In this example, the origin variable will be of type point, and it will have the fields x and y with initial values of 0.

# Built-in Functions and Features

GPTLang has a rich set of built-in functions and features that make it easy to write powerful and efficient programs. Some of the notable built-in functions and features of GPTLang are described below.

## 8. PT() Function

The PT() function is a built-in function that prints the specified value to the screen. The syntax for the PT() function is:

``````PT(<value>) -> None
``````

The field specifies the value to be printed. The PT() function does not return any value.

Here is an example of using the PT() function in GPTLang:

``````# Define a variable named "message" with the initial value "Hello, world!"
VAR message:str "Hello, world!"

# Print the value of the "message" variable to the screen
PT(message)
``````

In this example, the PT(message) statement will print the value of the message variable, which is "Hello, world!", to the screen.

## 9. LEN() Function

The LEN() function is a built-in function that returns the length of a specified value. The syntax for the LEN() function is:

``````LEN(<value>) -> int
``````

The field specifies the value for which the length is to be calculated. The LEN() function returns an integer value representing the length of the specified value.

Here is an example of using the LEN() function in GPTLang:

``````# Define an array named "numbers" with the initial values [5, 8, 6, 3, 9, 1]
VAR numbers:arr [5, 8, 6, 3, 9, 1]

# Print the length of the "numbers" array to the screen
PT(LEN(numbers))
``````

In this example, the PT(LEN(numbers)) statement will print the length of the numbers array, which is 6, to the screen.

## Implicit Line Joining

GPTLang supports implicit line joining, which allows multiple physical lines of code to be treated as a single logical line. This can be useful for making long lines of code more readable by breaking them up into multiple physical lines.

Implicit line joining is performed by ending a physical line with a backslash () character. The next physical line will be treated as part of the same logical line. This continues until a physical line is encountered that does not end with a backslash character.

Here is an example of implicit line joining in GPTLang:

``````# Define a variable named "message" with the initial value "Hello, world!\
# This is a long message that spans multiple physical lines."
VAR message:str "Hello, world!\
This is a long message that spans multiple physical lines."

# Print the value of the "message" variable to the screen
PT(message)
``````

In this example, the VAR statement defining the message variable uses implicit line joining. The message variable will have the initial value "Hello, world! This is a long message that spans multiple physical lines.", which is the concatenation of the two physical lines on which the VAR statement is written.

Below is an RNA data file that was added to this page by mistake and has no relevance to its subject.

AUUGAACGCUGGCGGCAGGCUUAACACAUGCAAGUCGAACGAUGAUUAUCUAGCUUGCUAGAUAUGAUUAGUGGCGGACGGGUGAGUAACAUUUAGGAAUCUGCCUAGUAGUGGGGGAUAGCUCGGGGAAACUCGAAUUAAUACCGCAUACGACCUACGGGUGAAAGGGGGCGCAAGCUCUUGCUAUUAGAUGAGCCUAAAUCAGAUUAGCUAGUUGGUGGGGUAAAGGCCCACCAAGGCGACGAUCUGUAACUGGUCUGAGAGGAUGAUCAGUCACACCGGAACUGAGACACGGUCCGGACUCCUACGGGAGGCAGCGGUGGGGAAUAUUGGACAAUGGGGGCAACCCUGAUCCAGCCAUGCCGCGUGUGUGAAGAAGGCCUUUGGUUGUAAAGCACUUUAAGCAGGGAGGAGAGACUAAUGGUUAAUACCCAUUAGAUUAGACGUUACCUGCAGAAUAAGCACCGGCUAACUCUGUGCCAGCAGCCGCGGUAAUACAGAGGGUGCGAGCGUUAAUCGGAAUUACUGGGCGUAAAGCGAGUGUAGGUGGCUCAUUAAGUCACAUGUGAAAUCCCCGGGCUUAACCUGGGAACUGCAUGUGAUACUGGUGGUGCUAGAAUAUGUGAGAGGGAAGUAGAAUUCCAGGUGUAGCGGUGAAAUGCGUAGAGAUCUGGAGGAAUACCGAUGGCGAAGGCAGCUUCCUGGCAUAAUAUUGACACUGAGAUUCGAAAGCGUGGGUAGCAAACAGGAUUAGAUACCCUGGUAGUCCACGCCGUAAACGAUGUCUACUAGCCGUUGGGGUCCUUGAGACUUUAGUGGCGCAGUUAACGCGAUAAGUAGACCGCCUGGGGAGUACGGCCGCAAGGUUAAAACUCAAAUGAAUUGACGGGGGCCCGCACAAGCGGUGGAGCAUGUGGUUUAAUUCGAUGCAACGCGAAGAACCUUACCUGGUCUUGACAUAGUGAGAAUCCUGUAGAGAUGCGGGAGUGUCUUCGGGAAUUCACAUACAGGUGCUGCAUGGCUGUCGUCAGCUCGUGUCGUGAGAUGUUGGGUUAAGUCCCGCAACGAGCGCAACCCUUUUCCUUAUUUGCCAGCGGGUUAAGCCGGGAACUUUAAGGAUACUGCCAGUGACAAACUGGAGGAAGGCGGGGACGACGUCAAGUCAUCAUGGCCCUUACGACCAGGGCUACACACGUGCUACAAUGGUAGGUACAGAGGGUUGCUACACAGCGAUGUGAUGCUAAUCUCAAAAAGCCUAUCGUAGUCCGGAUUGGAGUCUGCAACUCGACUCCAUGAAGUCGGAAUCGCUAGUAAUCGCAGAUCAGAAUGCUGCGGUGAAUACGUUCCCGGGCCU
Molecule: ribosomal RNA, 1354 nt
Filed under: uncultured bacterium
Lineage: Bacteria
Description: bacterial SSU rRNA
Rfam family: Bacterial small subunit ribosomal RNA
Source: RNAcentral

The PT(message) statement will print the value of the message variable to the screen, which is "Hello, world! This is a long message that spans multiple physical lines."

## Exception Handling

GPTLang supports exception handling, which allows developers to handle runtime errors in their programs in a controlled and predictable way. Exception handling is performed using the TRY and EXCEPT keywords.

The syntax for exception handling in GPTLang is:

``````TRY:
<statements>
EXCEPT <exception_type> as <variable_name>:
<statements>
``````

The TRY keyword indicates the start of a block of code that is to be executed and monitored for exceptions. The EXCEPT keyword indicates a block of code that is to be executed if an exception of the specified type is raised in the TRY block. The <exception_type> field specifies the type of the exception to be handled, and the <variable_name> field specifies the name of the variable that will contain the exception object.

Here is an example of exception handling in GPTLang:

``````# Define a function named "divide" that takes two int arguments and returns their quotient
FUNC divide(a:int, b:int) -> int:
TRY:
# Divide the first argument by the second argument and return the result
return a / b
EXCEPT ZeroDivisionError as e:
# If a ZeroDivisionError is raised, print an error message and return 0
PT("Error: Cannot divide by zero")
return 0
``````

In this example, the divide() function is defined. It takes two int arguments, a and b, and returns their quotient. The function contains a TRY block that divides a by b and returns the result. It also contains an EXCEPT block that catches ZeroDivisionError exceptions and prints an error message if one is raised.

If the divide() function is called with a=5 and b=0, a ZeroDivisionError exception will be raised in the TRY block. This exception will be caught by the EXCEPT block, which will print an error message and return 0.